WASHINGTON, DC – The League of Conservation Voters (LCV), the independent political voice for the environment, today named Virginia Sen. George Allen to its 2006 “Dirty Dozen” list, in recognition of his truly terrible environmental voting record in the United States Senate.
Sen. Allen, whose lifetime LCV score is a paltry 1%, received a whopping 5% in 2005 after garnering consecutive zeros for the 107th and 108th sessions of Congress.
“Senator George Allen has yet to meet a bill sponsored by Big Oil that he didn’t like,” said LCV President Gene Karpinski. “He voted for the 2005 energy bill – arguably the most anti-environmental legislation to come out of Congress in a generation – thereby showering already profitable oil companies with billions in taxpayer subsidies. Senator Allen could not even bring himself to vote for common sense solutions like making cars go further on a gallon of gas.”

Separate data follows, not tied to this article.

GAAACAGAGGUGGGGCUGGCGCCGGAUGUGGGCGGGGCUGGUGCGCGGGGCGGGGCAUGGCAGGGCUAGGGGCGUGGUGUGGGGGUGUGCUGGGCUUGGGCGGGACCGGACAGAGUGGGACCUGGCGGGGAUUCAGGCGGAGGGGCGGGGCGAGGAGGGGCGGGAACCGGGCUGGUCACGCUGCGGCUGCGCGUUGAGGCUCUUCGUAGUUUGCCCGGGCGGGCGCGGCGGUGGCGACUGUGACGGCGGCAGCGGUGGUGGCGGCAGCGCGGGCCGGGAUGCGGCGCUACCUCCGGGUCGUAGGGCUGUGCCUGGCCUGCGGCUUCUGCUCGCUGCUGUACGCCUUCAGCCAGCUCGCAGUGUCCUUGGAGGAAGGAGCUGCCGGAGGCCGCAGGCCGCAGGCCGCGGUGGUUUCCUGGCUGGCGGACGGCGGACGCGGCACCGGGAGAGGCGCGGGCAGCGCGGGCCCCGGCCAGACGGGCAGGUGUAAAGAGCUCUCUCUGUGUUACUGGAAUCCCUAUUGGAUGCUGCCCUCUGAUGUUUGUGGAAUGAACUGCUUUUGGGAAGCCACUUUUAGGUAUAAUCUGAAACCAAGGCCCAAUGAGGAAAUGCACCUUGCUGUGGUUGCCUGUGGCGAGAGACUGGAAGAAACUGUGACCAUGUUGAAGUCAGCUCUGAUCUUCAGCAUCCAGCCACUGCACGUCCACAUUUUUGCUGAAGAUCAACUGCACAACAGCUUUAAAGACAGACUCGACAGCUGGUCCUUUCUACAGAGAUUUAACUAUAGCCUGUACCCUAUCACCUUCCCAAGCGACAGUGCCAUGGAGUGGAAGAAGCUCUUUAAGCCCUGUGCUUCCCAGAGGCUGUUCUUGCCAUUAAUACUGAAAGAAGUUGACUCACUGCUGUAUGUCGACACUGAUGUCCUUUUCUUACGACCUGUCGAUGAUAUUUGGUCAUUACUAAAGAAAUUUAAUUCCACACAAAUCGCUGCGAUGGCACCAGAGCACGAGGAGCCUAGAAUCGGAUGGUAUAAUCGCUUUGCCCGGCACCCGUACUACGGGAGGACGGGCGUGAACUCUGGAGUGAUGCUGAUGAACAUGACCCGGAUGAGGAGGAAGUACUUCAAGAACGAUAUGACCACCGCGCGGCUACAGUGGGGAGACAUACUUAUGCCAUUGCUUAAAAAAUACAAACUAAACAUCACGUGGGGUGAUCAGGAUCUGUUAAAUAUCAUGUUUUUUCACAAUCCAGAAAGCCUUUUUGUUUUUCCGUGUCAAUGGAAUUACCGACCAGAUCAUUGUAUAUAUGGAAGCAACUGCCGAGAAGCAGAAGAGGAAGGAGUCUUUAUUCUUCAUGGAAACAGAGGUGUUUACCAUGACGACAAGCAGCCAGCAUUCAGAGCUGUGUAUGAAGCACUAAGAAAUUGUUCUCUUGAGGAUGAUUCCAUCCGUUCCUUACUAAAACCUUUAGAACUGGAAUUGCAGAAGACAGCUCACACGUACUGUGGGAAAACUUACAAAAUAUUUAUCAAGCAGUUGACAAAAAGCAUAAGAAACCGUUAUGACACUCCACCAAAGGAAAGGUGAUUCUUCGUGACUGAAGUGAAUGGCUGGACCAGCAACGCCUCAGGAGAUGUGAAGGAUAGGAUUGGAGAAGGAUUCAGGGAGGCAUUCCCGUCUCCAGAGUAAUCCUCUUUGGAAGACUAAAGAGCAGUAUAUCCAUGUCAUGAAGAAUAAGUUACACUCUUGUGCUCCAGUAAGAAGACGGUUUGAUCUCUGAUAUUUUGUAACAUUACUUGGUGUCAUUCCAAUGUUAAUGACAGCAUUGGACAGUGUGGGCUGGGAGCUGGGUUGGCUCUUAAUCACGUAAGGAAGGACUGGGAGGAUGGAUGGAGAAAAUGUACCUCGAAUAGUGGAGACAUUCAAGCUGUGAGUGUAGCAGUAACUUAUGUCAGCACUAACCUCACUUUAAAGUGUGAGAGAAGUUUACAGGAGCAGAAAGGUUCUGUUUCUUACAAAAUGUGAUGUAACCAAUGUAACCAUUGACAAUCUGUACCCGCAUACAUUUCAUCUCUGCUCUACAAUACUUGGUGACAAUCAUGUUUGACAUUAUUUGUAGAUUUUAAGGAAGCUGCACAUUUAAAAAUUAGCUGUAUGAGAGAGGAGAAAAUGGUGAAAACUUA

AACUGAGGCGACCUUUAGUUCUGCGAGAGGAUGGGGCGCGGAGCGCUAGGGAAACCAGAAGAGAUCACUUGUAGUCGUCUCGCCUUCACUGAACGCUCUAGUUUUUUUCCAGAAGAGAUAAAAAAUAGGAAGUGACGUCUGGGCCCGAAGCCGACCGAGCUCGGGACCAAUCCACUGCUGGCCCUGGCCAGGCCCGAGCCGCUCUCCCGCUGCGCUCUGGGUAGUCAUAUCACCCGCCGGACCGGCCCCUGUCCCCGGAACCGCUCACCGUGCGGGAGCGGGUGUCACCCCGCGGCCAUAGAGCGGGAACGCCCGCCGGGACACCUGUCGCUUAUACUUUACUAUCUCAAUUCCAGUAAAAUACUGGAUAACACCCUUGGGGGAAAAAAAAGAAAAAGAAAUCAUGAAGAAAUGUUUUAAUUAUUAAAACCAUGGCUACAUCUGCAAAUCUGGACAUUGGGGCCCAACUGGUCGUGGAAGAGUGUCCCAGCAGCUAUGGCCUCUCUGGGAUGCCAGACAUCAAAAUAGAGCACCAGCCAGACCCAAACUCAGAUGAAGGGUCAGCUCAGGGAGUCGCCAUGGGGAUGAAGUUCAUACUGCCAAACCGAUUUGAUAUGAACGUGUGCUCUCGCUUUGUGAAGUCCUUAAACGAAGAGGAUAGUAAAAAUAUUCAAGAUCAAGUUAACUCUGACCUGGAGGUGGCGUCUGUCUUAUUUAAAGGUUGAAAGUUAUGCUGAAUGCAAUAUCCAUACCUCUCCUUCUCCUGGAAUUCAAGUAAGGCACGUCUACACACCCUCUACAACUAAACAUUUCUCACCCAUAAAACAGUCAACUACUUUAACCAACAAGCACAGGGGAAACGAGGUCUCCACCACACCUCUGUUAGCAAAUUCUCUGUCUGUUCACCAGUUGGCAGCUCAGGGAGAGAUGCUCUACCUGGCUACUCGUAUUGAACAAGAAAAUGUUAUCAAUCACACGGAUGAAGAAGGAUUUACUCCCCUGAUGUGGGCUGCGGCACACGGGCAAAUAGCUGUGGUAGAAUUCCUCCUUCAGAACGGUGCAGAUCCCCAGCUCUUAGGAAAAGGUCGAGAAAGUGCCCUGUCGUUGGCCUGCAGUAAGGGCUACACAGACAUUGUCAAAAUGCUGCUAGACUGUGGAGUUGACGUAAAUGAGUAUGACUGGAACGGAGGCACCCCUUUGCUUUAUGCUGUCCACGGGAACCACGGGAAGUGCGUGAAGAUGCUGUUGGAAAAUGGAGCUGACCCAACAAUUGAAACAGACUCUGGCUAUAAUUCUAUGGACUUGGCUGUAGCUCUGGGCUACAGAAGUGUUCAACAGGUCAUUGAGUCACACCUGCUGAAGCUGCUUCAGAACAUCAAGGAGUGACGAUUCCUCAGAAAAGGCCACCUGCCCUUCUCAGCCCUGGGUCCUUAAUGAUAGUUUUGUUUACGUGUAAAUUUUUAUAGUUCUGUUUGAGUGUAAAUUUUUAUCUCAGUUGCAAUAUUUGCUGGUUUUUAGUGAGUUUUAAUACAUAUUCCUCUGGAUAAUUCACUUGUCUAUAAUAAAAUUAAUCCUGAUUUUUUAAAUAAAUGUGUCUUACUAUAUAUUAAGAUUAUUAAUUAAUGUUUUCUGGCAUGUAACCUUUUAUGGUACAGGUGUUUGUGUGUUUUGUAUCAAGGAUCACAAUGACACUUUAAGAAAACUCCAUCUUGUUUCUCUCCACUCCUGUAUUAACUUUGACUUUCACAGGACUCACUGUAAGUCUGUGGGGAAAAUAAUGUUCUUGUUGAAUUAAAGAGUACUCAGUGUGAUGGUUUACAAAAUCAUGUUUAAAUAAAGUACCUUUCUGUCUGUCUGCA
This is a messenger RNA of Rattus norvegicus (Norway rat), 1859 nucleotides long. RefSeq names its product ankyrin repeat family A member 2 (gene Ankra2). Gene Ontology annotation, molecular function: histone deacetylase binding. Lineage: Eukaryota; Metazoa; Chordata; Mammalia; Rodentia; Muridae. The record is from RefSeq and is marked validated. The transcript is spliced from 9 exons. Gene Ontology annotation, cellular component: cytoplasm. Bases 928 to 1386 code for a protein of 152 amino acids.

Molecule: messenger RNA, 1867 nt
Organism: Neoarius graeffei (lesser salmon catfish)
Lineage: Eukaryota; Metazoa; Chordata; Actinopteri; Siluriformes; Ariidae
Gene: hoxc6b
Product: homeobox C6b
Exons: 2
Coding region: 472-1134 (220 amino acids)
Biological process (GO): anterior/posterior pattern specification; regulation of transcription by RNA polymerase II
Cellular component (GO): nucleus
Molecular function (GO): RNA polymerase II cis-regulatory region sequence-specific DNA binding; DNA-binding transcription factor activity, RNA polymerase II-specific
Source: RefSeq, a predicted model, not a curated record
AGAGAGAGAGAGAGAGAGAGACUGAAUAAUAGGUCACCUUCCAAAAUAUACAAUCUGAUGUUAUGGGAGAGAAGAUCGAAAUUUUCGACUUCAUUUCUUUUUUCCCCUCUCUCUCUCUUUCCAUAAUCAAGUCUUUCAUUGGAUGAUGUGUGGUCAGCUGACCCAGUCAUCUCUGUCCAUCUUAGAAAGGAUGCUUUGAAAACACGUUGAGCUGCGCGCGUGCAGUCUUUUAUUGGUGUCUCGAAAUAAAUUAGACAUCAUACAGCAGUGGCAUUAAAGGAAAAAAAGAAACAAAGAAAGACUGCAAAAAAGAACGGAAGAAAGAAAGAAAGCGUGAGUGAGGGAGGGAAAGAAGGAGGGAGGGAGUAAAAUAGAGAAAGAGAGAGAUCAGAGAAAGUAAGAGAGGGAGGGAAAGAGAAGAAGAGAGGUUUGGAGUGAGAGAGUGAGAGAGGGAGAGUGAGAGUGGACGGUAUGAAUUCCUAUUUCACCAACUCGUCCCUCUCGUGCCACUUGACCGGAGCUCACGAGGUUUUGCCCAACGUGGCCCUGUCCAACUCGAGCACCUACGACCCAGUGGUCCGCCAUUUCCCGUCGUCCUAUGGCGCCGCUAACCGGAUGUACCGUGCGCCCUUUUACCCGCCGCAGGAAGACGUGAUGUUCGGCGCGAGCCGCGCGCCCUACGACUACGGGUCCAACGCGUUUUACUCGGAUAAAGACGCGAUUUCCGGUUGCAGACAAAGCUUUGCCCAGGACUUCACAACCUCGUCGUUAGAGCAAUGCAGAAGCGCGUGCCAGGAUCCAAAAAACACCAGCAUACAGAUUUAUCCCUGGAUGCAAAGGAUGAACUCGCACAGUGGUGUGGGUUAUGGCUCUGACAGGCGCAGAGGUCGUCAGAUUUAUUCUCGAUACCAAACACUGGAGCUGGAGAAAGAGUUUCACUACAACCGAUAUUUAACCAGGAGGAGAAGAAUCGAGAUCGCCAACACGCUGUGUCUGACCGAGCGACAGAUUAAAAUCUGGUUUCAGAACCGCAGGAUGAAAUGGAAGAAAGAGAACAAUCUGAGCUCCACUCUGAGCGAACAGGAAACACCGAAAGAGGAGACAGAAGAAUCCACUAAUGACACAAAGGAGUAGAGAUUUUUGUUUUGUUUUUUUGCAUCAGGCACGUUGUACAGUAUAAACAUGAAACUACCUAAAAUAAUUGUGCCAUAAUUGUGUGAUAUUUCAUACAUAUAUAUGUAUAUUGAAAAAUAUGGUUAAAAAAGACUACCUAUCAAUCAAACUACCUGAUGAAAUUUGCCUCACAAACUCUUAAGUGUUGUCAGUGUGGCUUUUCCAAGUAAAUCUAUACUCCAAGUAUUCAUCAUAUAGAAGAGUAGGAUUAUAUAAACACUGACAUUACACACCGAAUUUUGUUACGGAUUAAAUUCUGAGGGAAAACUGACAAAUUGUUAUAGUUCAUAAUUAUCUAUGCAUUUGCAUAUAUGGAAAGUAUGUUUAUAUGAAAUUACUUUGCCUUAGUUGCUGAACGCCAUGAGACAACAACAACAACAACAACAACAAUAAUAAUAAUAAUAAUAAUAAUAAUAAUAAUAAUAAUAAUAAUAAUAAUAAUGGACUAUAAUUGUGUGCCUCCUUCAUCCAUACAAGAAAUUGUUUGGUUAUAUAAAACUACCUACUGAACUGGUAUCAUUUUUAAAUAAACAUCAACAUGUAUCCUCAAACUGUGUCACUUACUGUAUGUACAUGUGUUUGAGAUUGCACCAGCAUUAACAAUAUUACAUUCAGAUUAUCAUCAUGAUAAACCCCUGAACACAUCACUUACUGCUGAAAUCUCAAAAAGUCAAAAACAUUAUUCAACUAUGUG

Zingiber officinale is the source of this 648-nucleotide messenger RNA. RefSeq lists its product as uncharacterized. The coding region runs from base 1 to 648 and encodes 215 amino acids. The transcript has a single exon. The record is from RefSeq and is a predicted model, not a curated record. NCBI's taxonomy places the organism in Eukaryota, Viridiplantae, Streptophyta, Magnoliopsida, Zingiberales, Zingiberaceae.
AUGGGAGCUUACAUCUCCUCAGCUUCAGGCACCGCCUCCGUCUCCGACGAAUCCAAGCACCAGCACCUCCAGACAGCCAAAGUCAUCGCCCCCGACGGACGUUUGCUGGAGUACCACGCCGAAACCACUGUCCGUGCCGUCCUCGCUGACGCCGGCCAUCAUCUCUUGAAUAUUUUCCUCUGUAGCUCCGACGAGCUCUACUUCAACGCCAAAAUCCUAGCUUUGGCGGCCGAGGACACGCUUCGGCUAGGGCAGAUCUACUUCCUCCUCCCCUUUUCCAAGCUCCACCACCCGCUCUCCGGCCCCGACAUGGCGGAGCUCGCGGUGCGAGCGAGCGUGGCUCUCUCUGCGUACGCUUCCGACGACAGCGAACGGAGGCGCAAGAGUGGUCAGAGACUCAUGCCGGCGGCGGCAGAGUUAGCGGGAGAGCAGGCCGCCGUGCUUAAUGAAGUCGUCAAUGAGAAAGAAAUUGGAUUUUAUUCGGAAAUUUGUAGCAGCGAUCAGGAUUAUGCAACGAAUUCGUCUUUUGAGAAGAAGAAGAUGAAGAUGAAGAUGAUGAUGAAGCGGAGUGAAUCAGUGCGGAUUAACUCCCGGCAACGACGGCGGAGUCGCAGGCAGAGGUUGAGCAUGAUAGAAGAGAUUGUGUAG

In addition to Sen. Allen, LCV also added the following members to the Dirty Dozen today: Rep. Dan Boren (OK), Rep. J.D. Hayworth (AZ) and Rep. Deborah Pryce (OH).
Having already selected the first 10 members of the group, including one selected in LCV’s first-ever online poll for the “Dirty Dozen,” Sen. Allen joins Senators Conrad Burns (MT), Rick Santorum (PA), Jim Talent (MO), and Representatives Henry Cuellar (TX), Katherine Harris (FL), Richard Pombo (CA), Charles Taylor (NC) and Heather Wilson (NM) on the 2006 Dirty Dozen list. Representatives Tom Delay (TX) and Bob Ney (OH) were placed in a separate category following their respective decisions not to seek re-election.
“His abysmal voting record on the most basic legislation to protect our air, water and land, as well as his refusal to vote to help create a new energy future based on renewable and clean technologies shows just how out-of-touch he is with everyday Virginians,” Mr. Karpinski said.
Over the last decade, LCV’s “Dirty Dozen” list has held elected officials accountable for their votes and actions by highlighting some of the worst environmental records in Congress. Since its inception in 1996, more than half of the candidates named to the “Dirty Dozen” have subsequently been voted out of office.
To learn more about the Dirty Dozen and to view the LCV’s National Environmental Scorecard, visit www.lcv.org.
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